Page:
The platter had a mound of traditional fried Indian appetizers: pakora fritters, batter-dipped paneer cheese, chickpea-and-potato aloo tikki and a couple of starchy samosas. Sadly, they weren’t very memorable, unlike the steaming, fresh-baked breads that we greedily ripped apart. A stack of thick, doughy naan, each piece fragrant with its own distinctive filling (garlic or onion or potato and spices or the pashawary naan, with nuts and coconut) was lightly scorched from the tandoori oven.
“I don’t know how I’m going to eat an entrée,” Michael said. “I can’t stop eating this bread.” But that didn’t stop him from spooning a dollop of mint chutney on another hunk of garlic naan.
In a case of perfect timing, our dinners arrived at the very moment we’d devoured the last scrap of bread. A sizzling metal platter heaped with pieces of succulent tandoori chicken, sautéed vegetables and lemons for Bob; a silver dish with chicken hidden under a rich butter-and-tomato sauce for Roger; lamb in a creamy yogurt-based curry sauce for Michael. They’d all requested their dinners to be mildly spiced, and that’s precisely how they were — nothing too fiery or head-clearing. I had been more brazen, requesting a somewhat more potent heat for the restaurant’s signature biryani, ginger-scented basmati rice laden with chicken, lamb, shrimp, vegetables and nuts. It was a delicious disco inferno, baby.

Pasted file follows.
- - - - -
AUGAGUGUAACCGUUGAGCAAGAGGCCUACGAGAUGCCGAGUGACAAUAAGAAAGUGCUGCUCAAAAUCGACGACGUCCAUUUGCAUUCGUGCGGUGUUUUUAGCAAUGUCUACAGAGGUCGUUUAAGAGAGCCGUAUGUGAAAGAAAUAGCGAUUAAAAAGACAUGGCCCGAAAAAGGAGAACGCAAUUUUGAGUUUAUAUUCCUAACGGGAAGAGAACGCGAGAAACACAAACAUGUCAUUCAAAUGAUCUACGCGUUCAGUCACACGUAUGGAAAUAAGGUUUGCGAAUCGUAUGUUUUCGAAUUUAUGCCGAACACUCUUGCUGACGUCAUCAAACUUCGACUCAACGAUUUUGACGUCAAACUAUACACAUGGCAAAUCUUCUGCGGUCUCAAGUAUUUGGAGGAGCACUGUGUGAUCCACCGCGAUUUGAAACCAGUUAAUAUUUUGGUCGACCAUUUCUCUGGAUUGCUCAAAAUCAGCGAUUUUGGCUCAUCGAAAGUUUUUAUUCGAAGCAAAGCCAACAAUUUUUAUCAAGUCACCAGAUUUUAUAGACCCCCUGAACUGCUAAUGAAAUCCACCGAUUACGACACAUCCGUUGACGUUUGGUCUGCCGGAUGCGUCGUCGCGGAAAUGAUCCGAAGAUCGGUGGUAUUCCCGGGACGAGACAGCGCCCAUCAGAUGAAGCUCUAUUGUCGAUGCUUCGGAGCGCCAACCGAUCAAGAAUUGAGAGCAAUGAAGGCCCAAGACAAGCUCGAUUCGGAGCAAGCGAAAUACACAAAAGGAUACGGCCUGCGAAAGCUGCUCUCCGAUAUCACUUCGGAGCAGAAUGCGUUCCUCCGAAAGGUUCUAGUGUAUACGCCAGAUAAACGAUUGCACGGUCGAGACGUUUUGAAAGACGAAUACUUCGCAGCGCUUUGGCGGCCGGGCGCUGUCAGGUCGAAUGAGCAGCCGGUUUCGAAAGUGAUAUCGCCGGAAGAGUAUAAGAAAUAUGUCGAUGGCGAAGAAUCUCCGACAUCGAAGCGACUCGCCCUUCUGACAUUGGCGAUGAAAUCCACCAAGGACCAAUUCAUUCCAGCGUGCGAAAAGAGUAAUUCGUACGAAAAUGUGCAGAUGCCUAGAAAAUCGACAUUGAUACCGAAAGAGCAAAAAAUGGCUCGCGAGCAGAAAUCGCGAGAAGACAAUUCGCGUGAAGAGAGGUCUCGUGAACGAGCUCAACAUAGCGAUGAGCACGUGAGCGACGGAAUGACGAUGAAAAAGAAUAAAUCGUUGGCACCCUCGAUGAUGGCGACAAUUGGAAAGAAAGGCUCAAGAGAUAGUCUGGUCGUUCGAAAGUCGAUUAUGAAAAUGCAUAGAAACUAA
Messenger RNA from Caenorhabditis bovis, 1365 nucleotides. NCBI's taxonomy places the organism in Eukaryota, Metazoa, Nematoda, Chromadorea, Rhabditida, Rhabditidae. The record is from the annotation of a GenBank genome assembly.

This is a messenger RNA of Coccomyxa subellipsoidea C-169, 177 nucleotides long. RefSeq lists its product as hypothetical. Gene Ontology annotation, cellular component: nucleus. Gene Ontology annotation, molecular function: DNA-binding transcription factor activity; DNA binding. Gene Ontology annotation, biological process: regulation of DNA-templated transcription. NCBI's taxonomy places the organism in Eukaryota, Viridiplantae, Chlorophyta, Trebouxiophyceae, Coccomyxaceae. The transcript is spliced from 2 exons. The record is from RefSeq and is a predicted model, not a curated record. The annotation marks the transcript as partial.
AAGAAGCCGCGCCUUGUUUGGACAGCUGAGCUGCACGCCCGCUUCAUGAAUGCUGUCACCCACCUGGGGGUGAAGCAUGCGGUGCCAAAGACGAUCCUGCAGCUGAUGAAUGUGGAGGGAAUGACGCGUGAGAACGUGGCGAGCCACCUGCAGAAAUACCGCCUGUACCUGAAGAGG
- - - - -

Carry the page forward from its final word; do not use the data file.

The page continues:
I cooled down with a spoonful of mango ice cream while Bob, Roger and Michael debated the merits of the badami kulfi, a dense pistachio-cardamom ice cream that Michael thought tasted like soap but Roger liked — though he wasn’t sure why. “Maybe because it’s so rich and so unusual,” he said.